As announced to the House at the time, a contract for the development of the Tyne-engined Rotodyne, to meet military as well as civil requirements, was placed in February, 1960. The Government have been reconsidering the future of the project against the general economic background, and the need to restrict Government expenditure. They have decided that, so far as the military version is concerned, it is necessary to forgo the operational advantages offered by this aircraft in view of the cost involved. At the same time, British European Airways have now informed me that, following a careful reappraisal of their forward plans they have concluded, with reluctance, that the commercial prospects of the Rotodyne on their routes are not sufficiently assured to justify the heavy liabilities involved in the placing of an initial production order. In the absence of any firm production order, West-land's have decided that they would no longer be justified in proceeding with the project and steps are being taken to terminate the development contract.
Would my right hon. Friend agree that a great deal of enthusiasm and enterprise has been displayed both by the present developers and by their predecessors in regard to the Rotodyne and that this information will, therefore, come as a bitter blow? Can he give any information about whether there will be a serious financial loss to these developers and how it will be covered?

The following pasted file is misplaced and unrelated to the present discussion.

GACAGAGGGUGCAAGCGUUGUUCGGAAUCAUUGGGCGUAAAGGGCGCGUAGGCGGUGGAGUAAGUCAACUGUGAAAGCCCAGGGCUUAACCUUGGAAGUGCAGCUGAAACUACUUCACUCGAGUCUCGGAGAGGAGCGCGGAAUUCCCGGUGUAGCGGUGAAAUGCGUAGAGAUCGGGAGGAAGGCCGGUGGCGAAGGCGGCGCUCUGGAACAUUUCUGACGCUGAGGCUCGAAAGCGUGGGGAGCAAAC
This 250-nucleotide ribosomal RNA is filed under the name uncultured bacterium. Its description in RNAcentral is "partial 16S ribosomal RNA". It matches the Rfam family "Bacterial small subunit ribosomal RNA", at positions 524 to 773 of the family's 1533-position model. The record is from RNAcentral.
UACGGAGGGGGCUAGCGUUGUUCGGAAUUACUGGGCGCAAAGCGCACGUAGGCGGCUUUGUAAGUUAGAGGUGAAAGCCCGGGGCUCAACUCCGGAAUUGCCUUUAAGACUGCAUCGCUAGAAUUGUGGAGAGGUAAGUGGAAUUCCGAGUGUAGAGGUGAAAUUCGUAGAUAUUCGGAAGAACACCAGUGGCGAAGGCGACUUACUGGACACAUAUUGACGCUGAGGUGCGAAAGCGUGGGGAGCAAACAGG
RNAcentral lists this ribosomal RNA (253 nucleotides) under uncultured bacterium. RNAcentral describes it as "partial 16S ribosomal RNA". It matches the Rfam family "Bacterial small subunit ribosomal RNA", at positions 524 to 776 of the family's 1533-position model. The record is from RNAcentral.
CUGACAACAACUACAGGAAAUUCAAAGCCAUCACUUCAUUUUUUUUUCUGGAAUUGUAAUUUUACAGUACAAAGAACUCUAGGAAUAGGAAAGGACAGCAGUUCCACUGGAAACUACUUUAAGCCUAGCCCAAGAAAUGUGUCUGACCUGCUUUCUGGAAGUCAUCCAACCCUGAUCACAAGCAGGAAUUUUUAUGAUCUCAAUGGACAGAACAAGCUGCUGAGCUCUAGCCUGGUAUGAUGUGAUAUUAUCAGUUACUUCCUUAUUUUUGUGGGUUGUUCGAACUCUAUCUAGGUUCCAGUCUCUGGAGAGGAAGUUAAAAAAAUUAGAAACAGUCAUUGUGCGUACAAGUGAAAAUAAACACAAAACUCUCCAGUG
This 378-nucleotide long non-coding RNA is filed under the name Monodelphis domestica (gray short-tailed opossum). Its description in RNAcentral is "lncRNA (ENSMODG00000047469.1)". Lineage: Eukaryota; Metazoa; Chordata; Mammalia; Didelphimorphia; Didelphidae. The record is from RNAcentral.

No, Sir, there will not be a serious financial loss to the developers because they are working under a development contract the termination of which will be a matter of negotiation between the Government and Westland's. I would myself pay tribute to the work of all those who have been engaged in this project. Nevertheless, it is necessary for me to face the fact that, without customers, I would not be justified in proceeding with the project.
Westland's, who are the helicopter group, are engaged in carrying out substantial contracts on Government account for the development and production of military helicopters. They are exploring the possibility of alternative civil helicopter projects, but they have not yet formulated any firm proposals.
I think that I would have felt the same regret as I feel standing here, namely, that what I had hoped was a promising engineering project cannot be carried through to fulfilment.
Yes, Sir. The Tyne version, the contract for which I referred to in my Answer, was placed with a limit of £4 million on it. Not all that money will now be spent, because the contract will not be completed, but the terms of termination will be a matter of negotiation between the Government and the firm. The hon. Member will understand why I do not wish to be more specific than that. Of course, the Rotodyne, or something comparable to it, has been under research and development for a number of years. Taking the whole of that into account, prior to the present contract about £11 million must have been spent. That would include £7 million on the development of the Eland engine, which is not now part of the project.